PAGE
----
Government to cut £3.2bn a year with radical ICT strategy
Cloud computing, consolidation and shared services part of the vision
The launch of the Government ICT Strategy promises to slash £3.2billion a year in public spending by 2014 and create a "smarter, cheaper and greener" public sector.
Today's announcement builds upon the Smarter Government programme which set out a number of ways the Government intends to halve the public deficit by 2014. Key to this transformation is to centralise and sharing resources between departments.
"Technology has changed, the economy has changed and ICT in government must also change. This strategy sets out a new model for Government ICT which will deliver a secure and resilient ICT infrastructure that will enable faster, better services for the public," said John Suffolk, Government CIO in a statement.
There are 14 different strands to the strategy, which include establishing a Government Cloud, the G-Cloud, which will host ICT services on one secure shared network. With multiple services and suppliers, public-sector bodies will find it quicker and cheaper to find the best suppliers for their needs.
Consolidating its hundreds of data centres down to 10 or 12 key centres will liberate a further £300m a year, while reducing the drain on power and cooling resources by 75 per cent. A further £500m a year will be saved from creating an Application Store - a marketplace for sharing and reusing applications such as word processing and email on a pay-per-use basis.
Another vital peg in the Government's plans is to standardise its desktops across the public sector, rather than each department make its own decisions, a move that is expected to unleash savings of £400m a year.
"Our new ICT Strategy is smarter, cheaper and greener and will save the public purse £3.2 billion annually," said Cabinet Office Minister Angela Smith.
"We are committed to putting the public's needs first. That is why we are innovating and revolutionising our ICT systems to ensure that they are as effective and efficient as possible for those working in the public sector, and at the same time we are able to make huge savings."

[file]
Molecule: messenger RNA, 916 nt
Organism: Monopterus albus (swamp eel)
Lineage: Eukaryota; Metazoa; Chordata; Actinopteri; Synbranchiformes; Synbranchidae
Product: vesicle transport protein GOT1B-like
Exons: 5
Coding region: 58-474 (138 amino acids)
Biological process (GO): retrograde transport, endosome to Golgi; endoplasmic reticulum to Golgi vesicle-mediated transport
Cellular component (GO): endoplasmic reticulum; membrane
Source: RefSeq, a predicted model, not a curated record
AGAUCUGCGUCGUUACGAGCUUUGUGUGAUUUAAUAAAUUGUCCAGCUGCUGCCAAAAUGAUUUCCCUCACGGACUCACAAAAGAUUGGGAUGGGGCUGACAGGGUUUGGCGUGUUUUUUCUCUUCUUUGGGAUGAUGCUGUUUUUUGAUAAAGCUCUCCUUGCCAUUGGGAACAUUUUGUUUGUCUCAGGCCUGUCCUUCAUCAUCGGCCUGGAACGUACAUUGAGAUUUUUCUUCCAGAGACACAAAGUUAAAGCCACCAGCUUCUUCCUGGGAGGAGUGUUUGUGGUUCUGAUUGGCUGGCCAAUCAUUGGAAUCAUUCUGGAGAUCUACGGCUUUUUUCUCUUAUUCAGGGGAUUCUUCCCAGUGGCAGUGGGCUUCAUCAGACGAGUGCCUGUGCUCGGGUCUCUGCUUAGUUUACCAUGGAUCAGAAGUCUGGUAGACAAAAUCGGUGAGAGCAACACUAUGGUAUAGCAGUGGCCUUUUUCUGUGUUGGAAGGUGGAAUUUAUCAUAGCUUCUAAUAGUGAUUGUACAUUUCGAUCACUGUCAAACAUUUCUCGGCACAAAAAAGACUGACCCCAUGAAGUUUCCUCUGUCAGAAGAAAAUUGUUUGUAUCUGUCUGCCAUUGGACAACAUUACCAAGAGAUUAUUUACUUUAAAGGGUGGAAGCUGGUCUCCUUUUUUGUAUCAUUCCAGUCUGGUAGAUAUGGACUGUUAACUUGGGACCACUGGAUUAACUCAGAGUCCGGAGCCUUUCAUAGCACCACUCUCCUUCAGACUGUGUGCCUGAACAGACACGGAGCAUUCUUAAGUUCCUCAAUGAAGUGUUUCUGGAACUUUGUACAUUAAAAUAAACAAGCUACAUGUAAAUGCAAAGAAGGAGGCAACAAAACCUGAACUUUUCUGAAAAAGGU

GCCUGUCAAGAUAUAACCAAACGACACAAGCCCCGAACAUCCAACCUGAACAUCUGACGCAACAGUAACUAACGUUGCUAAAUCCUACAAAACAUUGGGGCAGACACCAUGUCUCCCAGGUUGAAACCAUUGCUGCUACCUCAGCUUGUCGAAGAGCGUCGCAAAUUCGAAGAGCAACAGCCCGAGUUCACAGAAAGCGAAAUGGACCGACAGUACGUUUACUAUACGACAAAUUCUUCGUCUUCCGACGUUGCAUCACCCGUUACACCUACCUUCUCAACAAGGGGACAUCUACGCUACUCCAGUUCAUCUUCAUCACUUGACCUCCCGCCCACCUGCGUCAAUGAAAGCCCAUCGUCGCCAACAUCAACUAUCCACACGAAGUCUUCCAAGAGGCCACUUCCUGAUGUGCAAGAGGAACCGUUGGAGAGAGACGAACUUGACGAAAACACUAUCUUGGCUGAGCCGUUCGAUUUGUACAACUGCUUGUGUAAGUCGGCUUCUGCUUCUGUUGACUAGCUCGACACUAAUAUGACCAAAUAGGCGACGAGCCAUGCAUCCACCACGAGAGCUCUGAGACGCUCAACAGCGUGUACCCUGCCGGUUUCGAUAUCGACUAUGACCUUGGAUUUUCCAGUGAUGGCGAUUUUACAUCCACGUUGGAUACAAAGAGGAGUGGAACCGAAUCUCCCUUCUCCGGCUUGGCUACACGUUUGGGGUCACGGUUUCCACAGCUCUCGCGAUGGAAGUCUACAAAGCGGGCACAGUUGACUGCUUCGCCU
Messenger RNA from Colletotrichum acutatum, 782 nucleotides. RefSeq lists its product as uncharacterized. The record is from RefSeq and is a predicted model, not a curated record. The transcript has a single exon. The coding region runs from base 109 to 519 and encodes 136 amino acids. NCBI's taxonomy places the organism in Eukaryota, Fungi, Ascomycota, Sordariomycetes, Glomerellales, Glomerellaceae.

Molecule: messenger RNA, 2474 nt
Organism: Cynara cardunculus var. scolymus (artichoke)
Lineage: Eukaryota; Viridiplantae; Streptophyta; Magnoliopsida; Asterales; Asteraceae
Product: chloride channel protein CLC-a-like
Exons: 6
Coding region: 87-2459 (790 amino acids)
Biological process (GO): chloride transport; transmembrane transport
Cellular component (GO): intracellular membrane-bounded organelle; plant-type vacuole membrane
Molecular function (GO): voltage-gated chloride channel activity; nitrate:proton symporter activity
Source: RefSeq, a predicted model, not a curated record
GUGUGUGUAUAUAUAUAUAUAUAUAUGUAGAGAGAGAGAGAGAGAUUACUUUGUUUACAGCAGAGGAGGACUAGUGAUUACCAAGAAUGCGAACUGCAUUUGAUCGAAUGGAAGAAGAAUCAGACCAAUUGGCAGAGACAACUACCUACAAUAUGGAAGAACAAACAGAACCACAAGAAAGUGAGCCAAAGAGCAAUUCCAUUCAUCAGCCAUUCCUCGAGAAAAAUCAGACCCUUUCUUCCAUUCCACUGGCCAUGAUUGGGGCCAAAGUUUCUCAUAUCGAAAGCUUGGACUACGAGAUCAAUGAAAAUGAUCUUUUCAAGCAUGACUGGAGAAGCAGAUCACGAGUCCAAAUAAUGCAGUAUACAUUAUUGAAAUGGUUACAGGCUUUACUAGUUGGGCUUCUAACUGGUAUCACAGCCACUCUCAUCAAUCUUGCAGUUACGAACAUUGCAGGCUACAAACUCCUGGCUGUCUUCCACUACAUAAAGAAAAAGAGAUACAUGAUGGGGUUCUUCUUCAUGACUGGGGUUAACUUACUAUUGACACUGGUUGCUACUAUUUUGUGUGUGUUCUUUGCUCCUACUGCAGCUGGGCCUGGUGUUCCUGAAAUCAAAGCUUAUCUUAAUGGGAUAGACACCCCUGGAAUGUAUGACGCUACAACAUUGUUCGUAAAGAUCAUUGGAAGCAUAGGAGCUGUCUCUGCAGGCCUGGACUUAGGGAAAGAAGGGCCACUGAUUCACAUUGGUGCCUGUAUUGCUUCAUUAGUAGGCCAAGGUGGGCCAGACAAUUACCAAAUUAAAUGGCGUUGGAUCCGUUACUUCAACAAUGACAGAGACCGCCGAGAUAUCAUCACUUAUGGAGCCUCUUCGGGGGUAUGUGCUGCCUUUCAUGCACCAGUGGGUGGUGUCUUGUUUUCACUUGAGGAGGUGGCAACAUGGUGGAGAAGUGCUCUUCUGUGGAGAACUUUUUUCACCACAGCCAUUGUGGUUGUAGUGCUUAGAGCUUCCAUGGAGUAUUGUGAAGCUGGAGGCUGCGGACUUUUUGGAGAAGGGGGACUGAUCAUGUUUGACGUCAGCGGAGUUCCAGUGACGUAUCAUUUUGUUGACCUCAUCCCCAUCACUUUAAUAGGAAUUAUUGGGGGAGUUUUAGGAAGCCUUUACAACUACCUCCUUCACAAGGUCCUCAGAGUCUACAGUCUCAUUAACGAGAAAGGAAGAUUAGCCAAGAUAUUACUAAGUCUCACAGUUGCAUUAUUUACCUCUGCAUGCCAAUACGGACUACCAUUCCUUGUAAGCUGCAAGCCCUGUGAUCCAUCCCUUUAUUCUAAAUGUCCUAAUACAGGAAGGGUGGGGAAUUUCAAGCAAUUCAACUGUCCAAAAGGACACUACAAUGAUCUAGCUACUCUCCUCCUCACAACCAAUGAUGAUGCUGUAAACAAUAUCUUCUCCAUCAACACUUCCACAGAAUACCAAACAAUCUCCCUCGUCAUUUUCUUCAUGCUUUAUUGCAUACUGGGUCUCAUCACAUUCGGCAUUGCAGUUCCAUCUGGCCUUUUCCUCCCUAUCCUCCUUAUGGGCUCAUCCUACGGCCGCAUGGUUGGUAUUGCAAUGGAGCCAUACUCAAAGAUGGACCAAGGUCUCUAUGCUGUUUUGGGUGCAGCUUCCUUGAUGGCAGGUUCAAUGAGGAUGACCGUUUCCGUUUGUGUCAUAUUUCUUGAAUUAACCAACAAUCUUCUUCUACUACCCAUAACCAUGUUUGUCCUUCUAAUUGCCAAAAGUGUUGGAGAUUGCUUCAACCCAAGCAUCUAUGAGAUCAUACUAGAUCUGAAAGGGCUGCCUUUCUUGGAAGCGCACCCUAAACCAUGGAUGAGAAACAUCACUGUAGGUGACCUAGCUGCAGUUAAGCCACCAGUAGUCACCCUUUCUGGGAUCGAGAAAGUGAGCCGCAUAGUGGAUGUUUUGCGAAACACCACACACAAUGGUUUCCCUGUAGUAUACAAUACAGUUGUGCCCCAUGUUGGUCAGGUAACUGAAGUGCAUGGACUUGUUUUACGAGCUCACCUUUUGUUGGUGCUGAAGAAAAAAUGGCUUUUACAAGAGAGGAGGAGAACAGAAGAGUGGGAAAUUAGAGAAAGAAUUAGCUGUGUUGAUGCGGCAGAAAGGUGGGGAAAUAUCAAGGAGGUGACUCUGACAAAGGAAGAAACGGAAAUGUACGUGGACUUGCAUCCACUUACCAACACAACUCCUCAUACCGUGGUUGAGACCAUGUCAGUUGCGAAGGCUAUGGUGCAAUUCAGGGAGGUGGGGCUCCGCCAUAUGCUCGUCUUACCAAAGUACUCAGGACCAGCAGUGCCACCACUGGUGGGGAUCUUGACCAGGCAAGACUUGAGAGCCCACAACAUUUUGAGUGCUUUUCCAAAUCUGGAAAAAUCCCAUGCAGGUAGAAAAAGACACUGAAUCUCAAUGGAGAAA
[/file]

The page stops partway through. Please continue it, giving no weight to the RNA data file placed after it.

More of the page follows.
Janet Grossman, director of government frameworks, Cable &Wireless Worldwide, believed that the Government was moving in the right direction, but that the "devil would be in the detail".
"At Cable & Wireless we think this is absolutely the right strategy, however, we would like to see the Government go further and say how they intend to do this, what the mandate is and how they will deal with things like procurement," said Janet Grossman, director of government frameworks, Cable &Wireless Worldwide.
The ambitious project could stall if there isn't cooperation and wide-scale change across departments. Procurement practices, for example, would need to change from typically handling large, monolithic agreements with few suppliers to dealing with increasing competition from smaller players.
"If you're going to consolidate data centres and use open source and the cloud then it does require everybody to play. Where government gets it right is when the start small, but this is a big strategy and they need to get the infrastructure right," said Grossman.
Alongside infrastructure, it was essential the government produced a detailed roadmap of how and when these changes were going to happen. The £3.2bn cost savings were eminently achievable, but the Government needed to act fast as every day delayed cost £9m in potential savings, said Grossman.